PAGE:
John Fredsted

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16 years, 122 days

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These are questions asked by John Fredsted

Load the Tetrads package, and choose Schwarzshild spacetime:

with(Physics):
with(Tetrads):
Setup(metric = schwarzschild,quiet):

Consider then the following code/output:

expr := D_[~mu](e_[mu,a]);
seq(simplify(SumOverRepeatedIndices(expr             )),a = 1..4);
seq(simplify(SumOverRepeatedIndices(D_[~mu](e_[mu,a]))),a = 1..4);

In my mind, the last two code lines are entirely identical, but their corresponding outputs are certainly not. I don't get it. The above can be compared with the following code/output in which the vierbein indices mu and a have been interchanged:

expr := D_[~mu](e_[a,mu]);
seq(simplify(SumOverRepeatedIndices(expr             )),a = 1..4);
seq(simplify(SumOverRepeatedIndices(D_[~mu](e_[a,mu]))),a = 1..4);

Here, the outputs are identical. The mystery becomes total when realizing that according to Maple, e_[a,mu] and e_[mu,a] are considered completely identical [a notational choice I do not find reassuring].

 

I have the following two questions/issues:

1.) It seems to me that in the Tetrads package, some tetrad is automatically calculated in terms of the metric. Is there any way to reverse the roles, i.e., to have the vierbein determine the metric?, as is anyway a more natural setup, I think. The point is that I would like to work with an arbitrary, non-fixed vierbein, and from it having the metric, Christoffel symbols, etc., calculated 'on the fly', and then ultimatively construct the socalled minimal spin connection from these quantities.

2.) Consider the following expressions:

Simplify(e_[a,mu ]*Christoffel[~mu,nu,rho]);
Simplify(e_[a,nu ]*Christoffel[mu,~nu,rho]);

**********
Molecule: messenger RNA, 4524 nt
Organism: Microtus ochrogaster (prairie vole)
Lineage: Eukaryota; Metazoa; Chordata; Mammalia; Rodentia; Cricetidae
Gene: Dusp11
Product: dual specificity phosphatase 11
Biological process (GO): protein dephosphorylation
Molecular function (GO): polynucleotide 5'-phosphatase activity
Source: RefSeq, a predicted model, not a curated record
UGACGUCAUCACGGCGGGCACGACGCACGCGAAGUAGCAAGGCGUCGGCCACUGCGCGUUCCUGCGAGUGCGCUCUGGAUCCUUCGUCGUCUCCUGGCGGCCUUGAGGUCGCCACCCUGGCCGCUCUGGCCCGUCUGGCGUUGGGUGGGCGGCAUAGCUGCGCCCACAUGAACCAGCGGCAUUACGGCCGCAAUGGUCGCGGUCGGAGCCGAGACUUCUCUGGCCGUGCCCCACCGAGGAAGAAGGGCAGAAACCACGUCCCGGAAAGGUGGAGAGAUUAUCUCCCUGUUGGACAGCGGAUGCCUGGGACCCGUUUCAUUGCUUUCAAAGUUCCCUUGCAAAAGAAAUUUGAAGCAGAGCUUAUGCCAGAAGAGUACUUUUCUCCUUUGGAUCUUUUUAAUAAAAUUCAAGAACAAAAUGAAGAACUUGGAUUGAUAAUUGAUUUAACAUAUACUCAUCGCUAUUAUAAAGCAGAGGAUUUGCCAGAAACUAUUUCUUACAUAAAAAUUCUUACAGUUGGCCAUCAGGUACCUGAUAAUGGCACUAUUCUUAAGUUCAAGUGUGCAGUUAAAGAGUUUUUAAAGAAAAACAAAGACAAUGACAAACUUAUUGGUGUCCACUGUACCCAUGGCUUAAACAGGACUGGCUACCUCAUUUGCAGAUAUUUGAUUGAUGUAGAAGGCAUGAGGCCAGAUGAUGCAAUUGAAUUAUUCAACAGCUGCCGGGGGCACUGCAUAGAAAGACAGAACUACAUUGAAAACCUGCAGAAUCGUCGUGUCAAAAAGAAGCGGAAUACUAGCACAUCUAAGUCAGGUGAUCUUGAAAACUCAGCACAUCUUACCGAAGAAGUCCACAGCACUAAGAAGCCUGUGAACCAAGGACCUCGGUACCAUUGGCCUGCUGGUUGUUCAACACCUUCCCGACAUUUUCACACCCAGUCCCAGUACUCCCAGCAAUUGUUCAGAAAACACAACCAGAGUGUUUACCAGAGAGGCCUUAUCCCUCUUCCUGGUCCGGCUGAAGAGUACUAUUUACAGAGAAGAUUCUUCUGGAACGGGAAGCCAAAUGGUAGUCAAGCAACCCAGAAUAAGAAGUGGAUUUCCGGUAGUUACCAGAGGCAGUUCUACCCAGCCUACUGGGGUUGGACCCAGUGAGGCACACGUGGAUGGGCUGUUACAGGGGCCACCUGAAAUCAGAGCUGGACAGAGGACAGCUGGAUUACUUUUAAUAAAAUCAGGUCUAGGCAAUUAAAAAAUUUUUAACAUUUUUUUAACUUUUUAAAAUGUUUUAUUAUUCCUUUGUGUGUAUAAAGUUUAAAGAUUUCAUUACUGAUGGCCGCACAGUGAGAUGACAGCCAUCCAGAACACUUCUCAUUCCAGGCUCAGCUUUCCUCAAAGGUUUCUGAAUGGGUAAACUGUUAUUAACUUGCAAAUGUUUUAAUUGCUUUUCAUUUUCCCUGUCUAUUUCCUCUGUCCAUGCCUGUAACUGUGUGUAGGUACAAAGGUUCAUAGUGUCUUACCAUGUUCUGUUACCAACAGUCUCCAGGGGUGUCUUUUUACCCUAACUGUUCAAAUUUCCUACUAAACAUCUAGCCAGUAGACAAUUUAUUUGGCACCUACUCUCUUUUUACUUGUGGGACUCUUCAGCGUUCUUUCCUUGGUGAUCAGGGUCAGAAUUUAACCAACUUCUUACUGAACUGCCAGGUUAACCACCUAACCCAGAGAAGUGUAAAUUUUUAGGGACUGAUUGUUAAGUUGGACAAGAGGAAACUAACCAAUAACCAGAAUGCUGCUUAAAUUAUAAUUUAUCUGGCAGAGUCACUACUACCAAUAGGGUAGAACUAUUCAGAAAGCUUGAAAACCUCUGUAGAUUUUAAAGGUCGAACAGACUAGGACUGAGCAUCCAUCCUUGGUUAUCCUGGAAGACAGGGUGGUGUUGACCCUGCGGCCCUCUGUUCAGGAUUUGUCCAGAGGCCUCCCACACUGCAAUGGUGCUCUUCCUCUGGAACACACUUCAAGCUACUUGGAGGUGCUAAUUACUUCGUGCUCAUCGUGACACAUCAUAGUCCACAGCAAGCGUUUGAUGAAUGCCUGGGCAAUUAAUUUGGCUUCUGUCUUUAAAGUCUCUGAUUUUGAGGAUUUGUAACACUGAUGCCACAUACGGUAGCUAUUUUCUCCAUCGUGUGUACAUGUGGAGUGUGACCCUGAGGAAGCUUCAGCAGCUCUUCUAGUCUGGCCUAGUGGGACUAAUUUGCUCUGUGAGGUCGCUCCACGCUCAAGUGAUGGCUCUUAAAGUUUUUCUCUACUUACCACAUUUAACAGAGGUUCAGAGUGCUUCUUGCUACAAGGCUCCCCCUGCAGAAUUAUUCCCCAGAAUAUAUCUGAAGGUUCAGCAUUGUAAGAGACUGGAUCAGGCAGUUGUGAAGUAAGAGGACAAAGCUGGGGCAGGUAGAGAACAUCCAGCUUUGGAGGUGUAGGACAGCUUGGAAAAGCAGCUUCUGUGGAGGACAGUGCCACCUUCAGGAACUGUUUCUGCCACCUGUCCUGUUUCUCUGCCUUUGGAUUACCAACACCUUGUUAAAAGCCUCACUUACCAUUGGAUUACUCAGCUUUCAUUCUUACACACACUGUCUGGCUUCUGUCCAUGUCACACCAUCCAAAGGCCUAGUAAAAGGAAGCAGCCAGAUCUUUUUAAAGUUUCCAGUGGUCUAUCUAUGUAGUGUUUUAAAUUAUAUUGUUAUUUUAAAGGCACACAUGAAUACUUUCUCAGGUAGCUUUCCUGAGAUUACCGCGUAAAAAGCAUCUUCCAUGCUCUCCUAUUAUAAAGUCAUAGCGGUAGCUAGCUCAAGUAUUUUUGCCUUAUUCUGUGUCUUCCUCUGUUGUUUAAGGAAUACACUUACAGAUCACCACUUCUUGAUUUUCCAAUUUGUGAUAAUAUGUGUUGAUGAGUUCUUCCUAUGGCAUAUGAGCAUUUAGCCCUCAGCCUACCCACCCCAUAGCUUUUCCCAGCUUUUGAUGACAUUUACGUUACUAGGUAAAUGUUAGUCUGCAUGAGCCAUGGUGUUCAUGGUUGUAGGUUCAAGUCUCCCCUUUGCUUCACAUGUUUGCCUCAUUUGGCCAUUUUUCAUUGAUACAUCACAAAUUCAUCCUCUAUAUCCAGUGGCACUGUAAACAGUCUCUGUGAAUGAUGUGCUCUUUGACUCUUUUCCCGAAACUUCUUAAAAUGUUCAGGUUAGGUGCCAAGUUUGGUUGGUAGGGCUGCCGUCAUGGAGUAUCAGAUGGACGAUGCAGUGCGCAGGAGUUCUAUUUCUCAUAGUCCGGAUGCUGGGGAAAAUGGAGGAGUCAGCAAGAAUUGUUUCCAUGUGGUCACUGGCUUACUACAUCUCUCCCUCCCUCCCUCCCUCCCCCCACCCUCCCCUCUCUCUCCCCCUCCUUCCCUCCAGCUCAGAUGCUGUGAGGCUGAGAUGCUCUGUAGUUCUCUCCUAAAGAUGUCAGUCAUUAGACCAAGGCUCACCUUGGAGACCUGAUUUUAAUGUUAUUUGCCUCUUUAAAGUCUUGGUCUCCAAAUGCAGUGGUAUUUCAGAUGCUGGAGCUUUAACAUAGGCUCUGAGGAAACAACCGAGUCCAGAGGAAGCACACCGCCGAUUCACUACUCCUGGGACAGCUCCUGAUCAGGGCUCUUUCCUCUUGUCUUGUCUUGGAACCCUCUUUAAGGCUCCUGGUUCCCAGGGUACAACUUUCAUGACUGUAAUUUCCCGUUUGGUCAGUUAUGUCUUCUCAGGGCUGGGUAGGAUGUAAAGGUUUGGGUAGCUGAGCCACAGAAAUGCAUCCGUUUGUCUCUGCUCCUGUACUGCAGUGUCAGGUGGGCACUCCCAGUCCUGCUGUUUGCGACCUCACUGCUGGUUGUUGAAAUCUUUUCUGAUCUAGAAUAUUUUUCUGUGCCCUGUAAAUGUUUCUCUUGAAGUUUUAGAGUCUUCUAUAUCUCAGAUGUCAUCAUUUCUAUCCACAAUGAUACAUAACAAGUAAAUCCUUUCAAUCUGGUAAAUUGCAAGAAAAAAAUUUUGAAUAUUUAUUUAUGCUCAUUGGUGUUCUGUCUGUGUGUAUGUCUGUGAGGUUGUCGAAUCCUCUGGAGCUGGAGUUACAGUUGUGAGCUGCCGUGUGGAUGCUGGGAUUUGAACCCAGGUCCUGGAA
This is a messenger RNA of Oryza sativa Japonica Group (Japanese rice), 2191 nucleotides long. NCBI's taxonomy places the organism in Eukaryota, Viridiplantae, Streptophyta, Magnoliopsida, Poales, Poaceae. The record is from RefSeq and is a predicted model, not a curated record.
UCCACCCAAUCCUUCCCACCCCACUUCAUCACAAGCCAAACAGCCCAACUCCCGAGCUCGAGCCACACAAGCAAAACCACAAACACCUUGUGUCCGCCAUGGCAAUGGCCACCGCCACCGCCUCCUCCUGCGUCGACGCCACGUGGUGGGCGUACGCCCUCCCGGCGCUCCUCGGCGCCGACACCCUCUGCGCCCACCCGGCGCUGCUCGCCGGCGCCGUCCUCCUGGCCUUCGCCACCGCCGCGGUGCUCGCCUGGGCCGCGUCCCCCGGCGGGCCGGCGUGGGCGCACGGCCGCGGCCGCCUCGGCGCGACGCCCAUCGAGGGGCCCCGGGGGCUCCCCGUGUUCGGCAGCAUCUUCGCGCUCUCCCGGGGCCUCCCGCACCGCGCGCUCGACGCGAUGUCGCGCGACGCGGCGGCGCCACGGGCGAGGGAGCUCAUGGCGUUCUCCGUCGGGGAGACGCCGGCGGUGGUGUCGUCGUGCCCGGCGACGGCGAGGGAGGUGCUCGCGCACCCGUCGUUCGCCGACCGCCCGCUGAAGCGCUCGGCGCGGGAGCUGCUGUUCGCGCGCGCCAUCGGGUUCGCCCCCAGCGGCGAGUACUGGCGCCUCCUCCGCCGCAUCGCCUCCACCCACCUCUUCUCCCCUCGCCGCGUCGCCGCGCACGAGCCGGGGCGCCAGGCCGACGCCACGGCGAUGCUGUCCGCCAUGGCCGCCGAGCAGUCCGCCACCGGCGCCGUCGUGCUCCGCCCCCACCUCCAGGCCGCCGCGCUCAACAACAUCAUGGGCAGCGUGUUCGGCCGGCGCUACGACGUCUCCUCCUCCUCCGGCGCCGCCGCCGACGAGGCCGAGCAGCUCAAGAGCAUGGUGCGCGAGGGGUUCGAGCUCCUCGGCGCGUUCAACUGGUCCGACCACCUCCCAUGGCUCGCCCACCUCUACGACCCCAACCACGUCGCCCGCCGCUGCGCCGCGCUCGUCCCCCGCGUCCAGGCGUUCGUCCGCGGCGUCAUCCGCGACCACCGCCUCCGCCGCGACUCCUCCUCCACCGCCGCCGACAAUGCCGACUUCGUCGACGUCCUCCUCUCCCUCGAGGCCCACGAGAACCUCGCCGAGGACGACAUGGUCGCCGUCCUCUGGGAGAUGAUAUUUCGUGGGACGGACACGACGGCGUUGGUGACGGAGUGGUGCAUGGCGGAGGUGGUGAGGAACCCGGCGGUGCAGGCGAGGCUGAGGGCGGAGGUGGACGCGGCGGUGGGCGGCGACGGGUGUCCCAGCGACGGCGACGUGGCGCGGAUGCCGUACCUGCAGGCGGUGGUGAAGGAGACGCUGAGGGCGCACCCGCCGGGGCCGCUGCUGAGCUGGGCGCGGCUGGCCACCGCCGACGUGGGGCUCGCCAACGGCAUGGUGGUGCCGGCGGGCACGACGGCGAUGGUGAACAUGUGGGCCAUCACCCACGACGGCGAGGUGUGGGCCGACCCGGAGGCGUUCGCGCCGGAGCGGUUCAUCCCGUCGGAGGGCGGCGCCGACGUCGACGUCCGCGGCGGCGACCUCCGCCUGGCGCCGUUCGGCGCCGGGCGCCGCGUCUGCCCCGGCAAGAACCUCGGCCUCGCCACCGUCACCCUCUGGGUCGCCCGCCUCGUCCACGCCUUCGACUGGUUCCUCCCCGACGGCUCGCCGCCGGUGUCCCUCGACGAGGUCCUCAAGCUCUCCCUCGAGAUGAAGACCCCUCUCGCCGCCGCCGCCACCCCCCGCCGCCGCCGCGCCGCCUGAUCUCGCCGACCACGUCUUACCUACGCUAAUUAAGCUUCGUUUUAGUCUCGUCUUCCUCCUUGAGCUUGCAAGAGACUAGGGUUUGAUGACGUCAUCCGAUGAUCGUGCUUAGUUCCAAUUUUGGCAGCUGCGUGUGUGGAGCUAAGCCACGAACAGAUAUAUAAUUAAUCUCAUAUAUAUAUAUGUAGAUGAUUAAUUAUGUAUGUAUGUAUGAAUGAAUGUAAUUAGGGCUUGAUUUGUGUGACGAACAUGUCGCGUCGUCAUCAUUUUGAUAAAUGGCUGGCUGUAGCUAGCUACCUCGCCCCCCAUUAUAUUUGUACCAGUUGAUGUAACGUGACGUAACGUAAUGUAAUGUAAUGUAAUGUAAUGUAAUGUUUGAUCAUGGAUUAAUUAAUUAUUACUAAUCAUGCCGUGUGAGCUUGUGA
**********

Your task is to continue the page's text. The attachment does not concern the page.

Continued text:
Simplify(e_[a,rho]*Christoffel[mu,nu,~rho]);

As the Christoffel symbols do not transform as tensors, I find this notation unfortunate, as one cannot simply move the vierbein through a (partial) derivative. Conversion between world indices and Lorentz indices should, I think, only be performed for world indices of tensorial type.

Consider the following anticommutators:

with(Physics):
Simplify(AntiCommutator(Dgamma[1],Dgamma[1])),
Simplify(AntiCommutator(Dgamma[1],Dgamma[2]));

Being basic Clifford algebra, I wonder why Physics does not know that the second one should simplify to zero.

PS: Just to be sure, I have updated to Maple 2017.3 today.

I have some elliptic curve with some points on it:

I would like to give the points some names, P, etc., but cannot figure out how to do that probably simple task. The help pages ?plot,options and ?pointplot do not seem to cover it; I may be mistaken, of course. The above plot is the result of the following code:

curve := y^2 = x^3 - 43*x + 166;
display([
   plot(+sqrt(rhs(curve)),x = -10..12),
   plot(-sqrt(rhs(curve)),x = -10..12),
   pointplot([[3,8],[-5,16],[11,32],[3,-8]],symbol = solidbox)
]);

Update: Using, among other things, the textplot command as suggested below, here, just for the fun of it, a plot illustrating the group 'addition' of points on an elliptic curve, the three lines being tangents to the curve:

For sqrt(-1), Maple returns I. Why not -I? I understand why in general Maple does not, and should not, return both signs, because sqrt is defined with a branch cut - specifically out along the negative real axis:

FunctionAdvisor(branch_cuts,sqrt(s));

But as +I and -I lie symmetrically around the branch cut, I do not understand why +I should be chosen in favor of -I. Neither the square of +I or of -I crosses the branch cut, which is,  I guess, the standard way to select a unique value, although both squares end up on the branch cut itself - the latter fact leading to the following more general consideration:

I do not understand why the square root of any negative real number (the above being just a specific case) should at all be assigned any meaning when lying as they do on the branch cut itself. I think it would be more sensible if Maple raised an error, telling you that the branch cut needs to be changed/moved if any value is to be assigned. Which leads me to the following question:

Can the branch cut of the logarithm, and thus of sqrt as well, be changed/moved? I would like it to lie out along the negative imaginary axis.

Update I: Concerning -1 lying on the branch cut itself, there is no issue, see my 'ups' in the reply to the answer by John May. But redefining the branch cut is still relevant.

Update II: Perhaps the issue raised is not all that trivial, after all. At least, it is "a subject of papers and debate", as Alejandro Jakubi formulated it in an email to me, pointing me to the article 'Function evaluation on branch cuts', by Rich and Jeffrey.

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